Federal Budget repackages, rebrands and re-announces
3 April 2019 - Women’s Electoral Lobby Australia is disillusioned with the number of missed opportunities in the 2019-2020 Federal Budget. WEL National Convenor, Ms Jozefa Sobski, noted that there were no new and significant measures to address critical issues having an impact on women in Australia.
Ms Sobski said, “Overall there is nothing much for women in this Budget other than things that had already been announced. The Government missed a significant opportunity to pay more than lip-service to the needs of half of Australia’s population, given that the issues and ways to address them are well known.
Economic inequality faced by Australian women on a daily basis is pervasive, and it needs significant structural attention by the Federal Treasurer and government, not a continual tinkering with the problems.
“The Treasurer’s highly promoted ‘tax cuts’ are of far less benefit to women because of pay inequity. Far more women will receive a tax benefit of $5 a week, not the higher cuts, which will not help with cost of living pressures,” said Ms Sobski.
WEL’s analysis has identified glaring inequalities for women who are vulnerable and dependent on social welfare, and who are directly affected by the inaction of this government. For women who are recipients of the cashless debit cards, the budget is opaque, as the details of this program are commercial in confidence.
“What we do know is that women receiving the Northern Territory Income Management program will be moved onto the cashless debit card where a higher percentage of their welfare support will be quarantined. Living below the poverty line, trying to exist on welfare payments should not come with a further punitive burden.
For unemployed women whose youngest child is over eight, there is no help at all. Newstart hasn’t calculated a standard rate rise and this group of women who live close to the poverty line and struggle every day to pay for food and shelter need welfare compassion. It is no longer an option for our political leaders to ignore the destructive impact current Newstart payment levels have on people’s lives.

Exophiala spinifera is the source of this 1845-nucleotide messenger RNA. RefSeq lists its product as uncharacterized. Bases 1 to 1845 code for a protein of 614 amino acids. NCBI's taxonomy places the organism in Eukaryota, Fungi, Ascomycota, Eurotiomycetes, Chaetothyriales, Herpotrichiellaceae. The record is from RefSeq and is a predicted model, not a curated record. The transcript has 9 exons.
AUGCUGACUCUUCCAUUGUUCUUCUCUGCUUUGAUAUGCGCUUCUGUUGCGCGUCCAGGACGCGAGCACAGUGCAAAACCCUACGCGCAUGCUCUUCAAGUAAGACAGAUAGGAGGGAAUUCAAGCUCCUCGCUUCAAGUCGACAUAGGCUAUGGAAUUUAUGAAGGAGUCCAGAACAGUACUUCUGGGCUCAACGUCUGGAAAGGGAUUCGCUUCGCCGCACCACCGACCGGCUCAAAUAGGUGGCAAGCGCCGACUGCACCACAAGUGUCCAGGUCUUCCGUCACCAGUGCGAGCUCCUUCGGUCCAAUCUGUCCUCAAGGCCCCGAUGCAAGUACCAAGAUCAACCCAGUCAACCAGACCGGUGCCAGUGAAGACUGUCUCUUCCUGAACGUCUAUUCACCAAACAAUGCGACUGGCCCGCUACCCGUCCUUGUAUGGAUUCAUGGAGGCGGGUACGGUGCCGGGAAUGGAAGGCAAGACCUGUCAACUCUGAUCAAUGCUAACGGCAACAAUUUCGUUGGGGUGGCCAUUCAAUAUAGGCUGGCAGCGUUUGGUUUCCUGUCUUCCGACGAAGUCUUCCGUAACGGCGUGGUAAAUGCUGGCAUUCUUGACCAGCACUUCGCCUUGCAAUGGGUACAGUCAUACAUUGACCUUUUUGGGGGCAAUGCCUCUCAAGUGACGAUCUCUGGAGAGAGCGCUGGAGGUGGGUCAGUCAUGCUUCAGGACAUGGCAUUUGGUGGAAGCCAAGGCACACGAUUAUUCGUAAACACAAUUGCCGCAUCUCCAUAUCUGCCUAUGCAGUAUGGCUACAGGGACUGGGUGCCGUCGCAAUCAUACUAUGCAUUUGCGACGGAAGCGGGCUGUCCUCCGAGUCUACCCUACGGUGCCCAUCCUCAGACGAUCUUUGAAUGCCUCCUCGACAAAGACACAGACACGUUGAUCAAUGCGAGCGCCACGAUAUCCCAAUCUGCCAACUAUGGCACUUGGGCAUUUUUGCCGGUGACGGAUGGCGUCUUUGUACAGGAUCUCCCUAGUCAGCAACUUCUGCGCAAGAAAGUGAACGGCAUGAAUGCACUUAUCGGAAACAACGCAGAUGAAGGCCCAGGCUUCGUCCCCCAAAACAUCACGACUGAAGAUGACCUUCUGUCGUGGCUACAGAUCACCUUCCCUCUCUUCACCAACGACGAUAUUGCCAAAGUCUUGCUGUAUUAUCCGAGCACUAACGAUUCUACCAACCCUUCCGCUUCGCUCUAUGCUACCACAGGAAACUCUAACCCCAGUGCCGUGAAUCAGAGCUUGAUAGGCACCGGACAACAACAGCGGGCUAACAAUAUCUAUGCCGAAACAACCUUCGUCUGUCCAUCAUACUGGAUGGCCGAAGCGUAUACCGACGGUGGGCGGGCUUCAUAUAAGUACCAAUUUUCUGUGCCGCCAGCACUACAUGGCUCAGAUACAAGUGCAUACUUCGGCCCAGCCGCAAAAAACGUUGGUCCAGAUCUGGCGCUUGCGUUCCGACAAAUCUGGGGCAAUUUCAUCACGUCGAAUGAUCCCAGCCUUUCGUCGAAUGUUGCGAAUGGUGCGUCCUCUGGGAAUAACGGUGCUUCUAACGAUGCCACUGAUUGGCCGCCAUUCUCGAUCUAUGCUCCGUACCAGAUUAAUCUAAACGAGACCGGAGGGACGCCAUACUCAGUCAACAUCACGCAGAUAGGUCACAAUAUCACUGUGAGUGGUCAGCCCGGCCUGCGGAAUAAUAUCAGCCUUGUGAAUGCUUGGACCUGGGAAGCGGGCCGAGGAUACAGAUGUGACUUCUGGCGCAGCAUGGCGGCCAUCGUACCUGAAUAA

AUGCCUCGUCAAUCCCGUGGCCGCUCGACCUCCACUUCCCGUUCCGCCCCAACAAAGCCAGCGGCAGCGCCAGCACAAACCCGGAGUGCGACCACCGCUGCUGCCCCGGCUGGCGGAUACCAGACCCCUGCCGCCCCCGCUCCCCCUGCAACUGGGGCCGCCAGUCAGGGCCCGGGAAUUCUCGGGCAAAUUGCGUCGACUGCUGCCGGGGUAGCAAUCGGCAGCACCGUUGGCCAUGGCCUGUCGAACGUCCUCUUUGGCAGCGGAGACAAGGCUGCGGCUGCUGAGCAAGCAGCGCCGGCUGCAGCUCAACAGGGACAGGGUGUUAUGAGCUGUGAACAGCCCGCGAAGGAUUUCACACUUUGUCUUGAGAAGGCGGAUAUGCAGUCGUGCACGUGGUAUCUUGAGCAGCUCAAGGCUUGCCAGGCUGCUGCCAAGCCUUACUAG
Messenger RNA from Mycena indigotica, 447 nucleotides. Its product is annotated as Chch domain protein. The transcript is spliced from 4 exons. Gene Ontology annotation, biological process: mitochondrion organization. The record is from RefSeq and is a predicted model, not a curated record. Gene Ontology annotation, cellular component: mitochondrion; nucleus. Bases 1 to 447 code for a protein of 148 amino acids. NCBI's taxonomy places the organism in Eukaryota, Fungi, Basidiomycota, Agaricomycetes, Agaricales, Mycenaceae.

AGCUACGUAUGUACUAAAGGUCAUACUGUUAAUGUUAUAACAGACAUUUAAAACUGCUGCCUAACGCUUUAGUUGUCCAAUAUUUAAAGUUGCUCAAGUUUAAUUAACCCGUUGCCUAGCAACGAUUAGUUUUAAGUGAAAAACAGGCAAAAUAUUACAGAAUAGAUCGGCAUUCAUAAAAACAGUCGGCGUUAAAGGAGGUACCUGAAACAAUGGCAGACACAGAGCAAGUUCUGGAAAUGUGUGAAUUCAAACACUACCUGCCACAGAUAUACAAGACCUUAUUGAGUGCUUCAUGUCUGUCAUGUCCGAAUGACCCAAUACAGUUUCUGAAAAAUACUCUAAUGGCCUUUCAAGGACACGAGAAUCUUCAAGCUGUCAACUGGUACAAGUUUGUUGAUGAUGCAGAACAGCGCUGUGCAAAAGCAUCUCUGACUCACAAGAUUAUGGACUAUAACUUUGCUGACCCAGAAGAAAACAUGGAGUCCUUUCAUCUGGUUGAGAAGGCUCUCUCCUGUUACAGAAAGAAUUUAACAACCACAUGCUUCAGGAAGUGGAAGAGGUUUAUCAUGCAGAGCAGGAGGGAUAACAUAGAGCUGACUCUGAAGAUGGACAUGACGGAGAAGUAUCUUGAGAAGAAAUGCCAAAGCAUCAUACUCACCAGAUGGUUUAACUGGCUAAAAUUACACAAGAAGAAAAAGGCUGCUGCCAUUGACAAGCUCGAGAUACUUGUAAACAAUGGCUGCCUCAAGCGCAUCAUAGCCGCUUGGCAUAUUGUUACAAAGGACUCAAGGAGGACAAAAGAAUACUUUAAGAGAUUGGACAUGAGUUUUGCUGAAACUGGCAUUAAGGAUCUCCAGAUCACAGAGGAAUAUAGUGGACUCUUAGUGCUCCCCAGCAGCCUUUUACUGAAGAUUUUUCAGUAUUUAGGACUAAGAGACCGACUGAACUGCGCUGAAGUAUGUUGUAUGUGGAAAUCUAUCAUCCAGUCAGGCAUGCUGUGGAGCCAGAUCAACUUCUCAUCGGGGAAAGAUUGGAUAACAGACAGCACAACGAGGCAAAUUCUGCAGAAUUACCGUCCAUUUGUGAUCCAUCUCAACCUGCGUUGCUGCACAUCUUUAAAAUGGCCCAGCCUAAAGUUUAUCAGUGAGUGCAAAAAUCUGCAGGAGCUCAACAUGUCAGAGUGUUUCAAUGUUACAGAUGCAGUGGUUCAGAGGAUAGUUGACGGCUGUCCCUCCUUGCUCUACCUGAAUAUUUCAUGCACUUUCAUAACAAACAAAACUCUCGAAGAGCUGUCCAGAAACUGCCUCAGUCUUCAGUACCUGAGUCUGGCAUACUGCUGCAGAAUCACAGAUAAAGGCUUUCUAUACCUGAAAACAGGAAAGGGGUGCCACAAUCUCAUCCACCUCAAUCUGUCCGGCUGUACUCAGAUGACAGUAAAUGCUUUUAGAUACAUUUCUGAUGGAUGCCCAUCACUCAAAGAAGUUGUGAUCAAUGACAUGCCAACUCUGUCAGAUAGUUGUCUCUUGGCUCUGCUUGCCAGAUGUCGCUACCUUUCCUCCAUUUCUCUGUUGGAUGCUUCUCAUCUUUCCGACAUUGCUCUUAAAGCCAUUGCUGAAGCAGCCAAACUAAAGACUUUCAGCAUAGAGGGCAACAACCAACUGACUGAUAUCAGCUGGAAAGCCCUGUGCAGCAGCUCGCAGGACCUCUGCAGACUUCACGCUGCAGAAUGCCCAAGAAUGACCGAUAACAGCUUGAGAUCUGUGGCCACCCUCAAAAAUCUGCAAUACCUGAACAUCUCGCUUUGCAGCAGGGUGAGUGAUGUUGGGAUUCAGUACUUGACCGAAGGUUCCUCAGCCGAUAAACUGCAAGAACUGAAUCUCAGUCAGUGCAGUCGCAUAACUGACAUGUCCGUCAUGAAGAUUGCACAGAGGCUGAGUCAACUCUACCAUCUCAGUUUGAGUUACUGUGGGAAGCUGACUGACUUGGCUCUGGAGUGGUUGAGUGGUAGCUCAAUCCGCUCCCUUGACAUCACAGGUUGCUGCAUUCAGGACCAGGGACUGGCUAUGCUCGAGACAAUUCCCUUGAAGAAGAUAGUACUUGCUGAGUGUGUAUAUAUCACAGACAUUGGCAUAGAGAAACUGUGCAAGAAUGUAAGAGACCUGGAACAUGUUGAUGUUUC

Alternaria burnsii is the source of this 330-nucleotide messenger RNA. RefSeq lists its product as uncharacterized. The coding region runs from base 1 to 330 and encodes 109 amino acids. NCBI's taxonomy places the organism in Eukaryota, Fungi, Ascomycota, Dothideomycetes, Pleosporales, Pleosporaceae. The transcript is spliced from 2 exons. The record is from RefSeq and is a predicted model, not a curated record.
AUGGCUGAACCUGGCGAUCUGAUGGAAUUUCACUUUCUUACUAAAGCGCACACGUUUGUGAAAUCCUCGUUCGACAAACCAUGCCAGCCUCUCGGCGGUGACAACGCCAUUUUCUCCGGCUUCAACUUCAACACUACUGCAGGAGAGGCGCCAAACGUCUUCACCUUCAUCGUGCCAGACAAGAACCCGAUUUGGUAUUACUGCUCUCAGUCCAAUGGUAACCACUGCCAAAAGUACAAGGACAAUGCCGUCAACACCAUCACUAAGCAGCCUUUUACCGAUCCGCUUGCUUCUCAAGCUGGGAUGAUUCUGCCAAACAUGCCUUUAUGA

“We advocated for funding for 15 hours of pre-school each week, which was included in the budget for four-year-olds, and neglects three-year-olds going to pre-school. Once again, the Government missed the opportunity to address the inadequacies of the current child care subsidy and to tackle the fundamental systemic issues.
“Another missed opportunity, and an obvious issue in the childcare sector is the need to improve pay and conditions for mostly female child care workers. When the Government addresses this issue, the range of issues which impact women’s workforce participation will start to be addressed,” said Ms Sobski.
The Delivering Skills for Today and Tomorrow initiatives, which simply transfer funds from one program to pay for a new program, do not address the issue of targeted funding to improve women’s participation in trade areas of training dominated by men, in which there is a high skills demand.
WEL has long advocated for significant funding and service commitment to address the critical levels of domestic and family violence in Australia. The Federal Budget failed to extend existing commitments and address the need for long term funding for core services, in particular, women’s refuges.
“The Government’s Fourth Action Plan was announced over the past couple of weeks. We congratulate Minister O’Dwyer on securing some funding for this plan, however there was no new money to address long-term areas of critical need in the Federal Budget.
WEL notes that many of the initiatives counted as the Government’s commitments to domestic violence in the Budget were announced six months ago, such as the $75.4M forKeeping Women Safe at Home.
“It’s important to look at key areas of domestic violence funding over time under the Abbott-Turnball-Morrison Government federal budget commitments. The numbers don’t lie, the 2014-15 budget committed $144 million per annum for capital works for domestic violence crisis housing, but then funding was cut. So, returning $75.4m to this year’s budget still leaves us down over $350m on where we would have been without the cuts.”
WEL is contributing to the National Foundation of Australian Women’s Gender Lens report, which is due out on Friday 5th April 2019. This will provide Australia, and the Treasurer, a more comprehensive view of the 2019-2020 Federal Budget from the perspective of all Australian women.
“We have advocated for significant change over the years in the key areas contributing to women’s inequality. Not much will change until we have a government which is willing to take comprehensive and continuing action with adequate resources dedicated to achieving solutions,” concluded Ms Sobski.